This still doesn’t answer how the City will acquire the land under the arena. I see nothing in the term sheets about acquiring that land. The current owner is balking at selling it. Some speculation on the use of eminent domain here — the Council already passed a resolution to use it for this land. So this could be the start of a very large amount of money changing hands.

    One of the anti-arena activists produced a very ranty letter objecting to all this, and I don’t think letters like this help much (it’s a pdf, sorry about that).

    http://laborissuessolutions.com/wp-content/uploads/2013/12/2013-12-17-StatementofEyeonSacramentotoSacramentoCityCouncil.pdf

  3. I thought the plot of land for the Macys was put to a bankruptcy auction and then bought up by a group of land speculators. They did a good job speculating that plat’s importance if a downtown arena was to be built.

  4. ChefJoe, I certainly had not heard that. Does it really matter who owns it now? What really matters is how the City will acquire it. I’m speculating when I say I think they’ll try for eminent domain, but I think that’s the plan.

    What I’d really like to know, though, is do people really think they’re helping themselves when they write letters like Eye on Sacramento did? I appreciate this guy’s message, but he needs an editor.

  5. “I thought the plot of land for the Macys was put to a bankruptcy auction and then bought up by a group of land speculators. They did a good job speculating that plat’s importance if a downtown arena was to be built.”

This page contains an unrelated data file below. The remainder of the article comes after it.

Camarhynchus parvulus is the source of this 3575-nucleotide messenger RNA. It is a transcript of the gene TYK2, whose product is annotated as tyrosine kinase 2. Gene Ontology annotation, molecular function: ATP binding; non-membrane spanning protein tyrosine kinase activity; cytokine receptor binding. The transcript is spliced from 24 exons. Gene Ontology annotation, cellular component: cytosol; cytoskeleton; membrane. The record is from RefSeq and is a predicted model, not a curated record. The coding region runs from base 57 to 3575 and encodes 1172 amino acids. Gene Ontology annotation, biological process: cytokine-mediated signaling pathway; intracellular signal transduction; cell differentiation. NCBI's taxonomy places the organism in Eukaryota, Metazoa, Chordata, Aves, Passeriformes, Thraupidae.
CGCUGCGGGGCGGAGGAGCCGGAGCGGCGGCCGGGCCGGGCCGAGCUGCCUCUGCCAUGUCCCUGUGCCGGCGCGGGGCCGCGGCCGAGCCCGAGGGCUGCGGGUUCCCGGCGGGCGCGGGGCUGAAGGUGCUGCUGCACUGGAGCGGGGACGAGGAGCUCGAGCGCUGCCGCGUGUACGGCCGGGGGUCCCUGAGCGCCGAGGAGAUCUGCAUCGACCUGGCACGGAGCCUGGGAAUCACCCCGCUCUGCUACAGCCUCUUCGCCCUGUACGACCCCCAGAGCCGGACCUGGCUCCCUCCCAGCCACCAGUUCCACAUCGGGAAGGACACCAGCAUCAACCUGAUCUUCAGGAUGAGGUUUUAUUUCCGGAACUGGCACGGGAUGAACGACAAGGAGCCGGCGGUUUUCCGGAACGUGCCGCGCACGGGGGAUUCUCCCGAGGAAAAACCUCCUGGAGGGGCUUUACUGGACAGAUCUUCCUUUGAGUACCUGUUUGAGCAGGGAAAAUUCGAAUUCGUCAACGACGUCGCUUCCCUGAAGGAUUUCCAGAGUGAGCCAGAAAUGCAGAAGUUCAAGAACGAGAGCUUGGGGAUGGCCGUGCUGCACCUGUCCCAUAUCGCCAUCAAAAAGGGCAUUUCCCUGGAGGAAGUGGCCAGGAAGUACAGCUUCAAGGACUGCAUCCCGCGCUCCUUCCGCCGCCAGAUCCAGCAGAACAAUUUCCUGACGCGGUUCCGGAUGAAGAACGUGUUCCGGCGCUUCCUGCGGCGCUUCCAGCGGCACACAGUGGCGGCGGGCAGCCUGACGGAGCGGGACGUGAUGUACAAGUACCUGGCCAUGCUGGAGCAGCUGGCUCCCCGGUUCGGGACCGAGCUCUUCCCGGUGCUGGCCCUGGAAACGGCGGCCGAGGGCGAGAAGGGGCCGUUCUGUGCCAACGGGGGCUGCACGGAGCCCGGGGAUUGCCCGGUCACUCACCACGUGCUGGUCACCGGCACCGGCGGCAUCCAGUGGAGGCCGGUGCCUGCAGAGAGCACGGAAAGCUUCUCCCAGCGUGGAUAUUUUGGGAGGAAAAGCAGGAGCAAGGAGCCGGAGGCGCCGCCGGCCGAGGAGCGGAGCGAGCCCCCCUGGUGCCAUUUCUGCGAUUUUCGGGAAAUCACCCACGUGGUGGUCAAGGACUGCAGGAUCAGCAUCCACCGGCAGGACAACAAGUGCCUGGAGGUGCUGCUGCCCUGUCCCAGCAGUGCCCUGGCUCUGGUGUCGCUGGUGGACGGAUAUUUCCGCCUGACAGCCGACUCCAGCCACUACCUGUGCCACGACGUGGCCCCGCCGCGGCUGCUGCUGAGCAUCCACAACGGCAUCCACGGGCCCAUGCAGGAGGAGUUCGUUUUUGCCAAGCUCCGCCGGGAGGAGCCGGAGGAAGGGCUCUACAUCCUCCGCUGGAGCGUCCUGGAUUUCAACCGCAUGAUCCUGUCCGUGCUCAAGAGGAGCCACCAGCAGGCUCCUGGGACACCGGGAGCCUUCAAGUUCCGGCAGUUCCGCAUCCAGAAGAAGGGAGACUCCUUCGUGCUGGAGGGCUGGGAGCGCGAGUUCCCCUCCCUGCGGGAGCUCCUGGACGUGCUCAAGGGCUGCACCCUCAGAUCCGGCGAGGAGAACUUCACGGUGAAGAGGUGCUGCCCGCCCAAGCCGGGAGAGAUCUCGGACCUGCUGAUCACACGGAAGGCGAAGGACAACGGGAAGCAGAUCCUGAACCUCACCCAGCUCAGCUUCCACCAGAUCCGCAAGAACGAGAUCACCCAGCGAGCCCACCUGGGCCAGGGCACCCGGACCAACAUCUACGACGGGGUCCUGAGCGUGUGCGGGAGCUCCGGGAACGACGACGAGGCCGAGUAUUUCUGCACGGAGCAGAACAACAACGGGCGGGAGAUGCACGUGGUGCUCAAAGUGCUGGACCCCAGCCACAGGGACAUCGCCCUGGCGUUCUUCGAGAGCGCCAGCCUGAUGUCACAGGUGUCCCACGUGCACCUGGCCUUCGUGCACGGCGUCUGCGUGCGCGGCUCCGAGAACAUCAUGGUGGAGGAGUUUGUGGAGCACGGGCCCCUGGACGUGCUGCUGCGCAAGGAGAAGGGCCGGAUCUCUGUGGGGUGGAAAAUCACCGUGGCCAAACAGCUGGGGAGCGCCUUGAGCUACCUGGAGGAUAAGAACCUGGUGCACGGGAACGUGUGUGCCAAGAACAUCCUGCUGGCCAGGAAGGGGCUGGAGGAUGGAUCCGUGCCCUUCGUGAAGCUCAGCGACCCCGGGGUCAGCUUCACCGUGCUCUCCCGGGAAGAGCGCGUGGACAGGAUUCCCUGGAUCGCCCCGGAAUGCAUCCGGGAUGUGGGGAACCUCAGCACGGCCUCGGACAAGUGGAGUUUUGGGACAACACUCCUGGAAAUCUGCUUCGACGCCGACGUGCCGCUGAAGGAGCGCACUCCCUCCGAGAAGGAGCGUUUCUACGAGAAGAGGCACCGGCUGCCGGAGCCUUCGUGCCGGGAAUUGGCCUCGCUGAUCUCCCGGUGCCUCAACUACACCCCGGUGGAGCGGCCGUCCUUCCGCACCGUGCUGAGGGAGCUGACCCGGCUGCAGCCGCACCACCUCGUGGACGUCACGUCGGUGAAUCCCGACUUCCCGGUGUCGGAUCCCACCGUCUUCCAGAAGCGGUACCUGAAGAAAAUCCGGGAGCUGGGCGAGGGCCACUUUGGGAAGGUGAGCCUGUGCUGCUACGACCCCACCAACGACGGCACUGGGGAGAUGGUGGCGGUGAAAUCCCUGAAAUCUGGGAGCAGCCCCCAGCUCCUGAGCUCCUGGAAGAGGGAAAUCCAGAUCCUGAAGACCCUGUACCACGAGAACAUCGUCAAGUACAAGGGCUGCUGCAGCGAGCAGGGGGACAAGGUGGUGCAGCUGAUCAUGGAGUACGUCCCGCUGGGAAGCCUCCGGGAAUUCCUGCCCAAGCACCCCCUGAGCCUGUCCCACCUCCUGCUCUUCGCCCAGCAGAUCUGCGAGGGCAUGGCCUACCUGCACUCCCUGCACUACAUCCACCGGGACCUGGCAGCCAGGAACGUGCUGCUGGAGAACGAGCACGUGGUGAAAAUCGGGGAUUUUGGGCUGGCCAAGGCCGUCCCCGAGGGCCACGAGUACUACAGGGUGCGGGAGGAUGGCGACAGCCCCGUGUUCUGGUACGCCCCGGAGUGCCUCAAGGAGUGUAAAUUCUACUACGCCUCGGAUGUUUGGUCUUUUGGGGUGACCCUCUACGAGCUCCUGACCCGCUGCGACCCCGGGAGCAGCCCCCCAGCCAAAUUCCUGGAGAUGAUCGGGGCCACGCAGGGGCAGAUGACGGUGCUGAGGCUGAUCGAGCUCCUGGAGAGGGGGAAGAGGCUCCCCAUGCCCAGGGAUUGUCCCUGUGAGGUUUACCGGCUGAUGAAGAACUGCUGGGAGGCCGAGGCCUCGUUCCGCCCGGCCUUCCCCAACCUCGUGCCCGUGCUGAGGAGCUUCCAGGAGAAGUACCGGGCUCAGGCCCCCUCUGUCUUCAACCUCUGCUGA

hard to say, they probably would prefer working with a buyer that did not have the option of claiming eminent domain

  6. Claiming eminent domain doesn’t mean you just take it. It means you have to sell it, and you get fair market value for it. That’s where things get pretty hard, because there’s a perfectly usable building on that land. You cannot say it has a value of zero. It’s not the most luxurious building in Northern California, but it’s certainly usable. If the City offers too little, you’re looking at legal system delays.

  7. Well, I think this is fairly interesting, but it also would mean their funding model — relying on parking revenues — would go all to heck:

    http://www.sacbee.com/2013/12/18/6012410/light-rail-officials-trains-could.html

    R/T officials think up to 20% of event-goers would use light rail. Let’s go with that. 20% of 15,000 is 3,000 people. One light rail train comes every 15 minutes in each of 3 directions at that point — towards Meadowview, towards Folsom, and towards Watt (don’t worry, there won’t be a quiz on this). Figure 1,000 will go in each of these directions; so 1,000 will go to Meadowview. You can’t get on the first train; you can’t get on the second train; you finally get on the third train, 45 minutes later.

    Here’s the problem: You can drive to the Meadowview station in 15 minutes with no traffic. Oh, and by the way, you’d then get into your car and drive home.

    It takes me 20 minutes to get home from STA by car now. You’d be looking at potentially 1 hour using R/T.

    I know, boring math again, makes it irrelevant. Tough beans. This isn’t the NYC subway, which actually is efficient.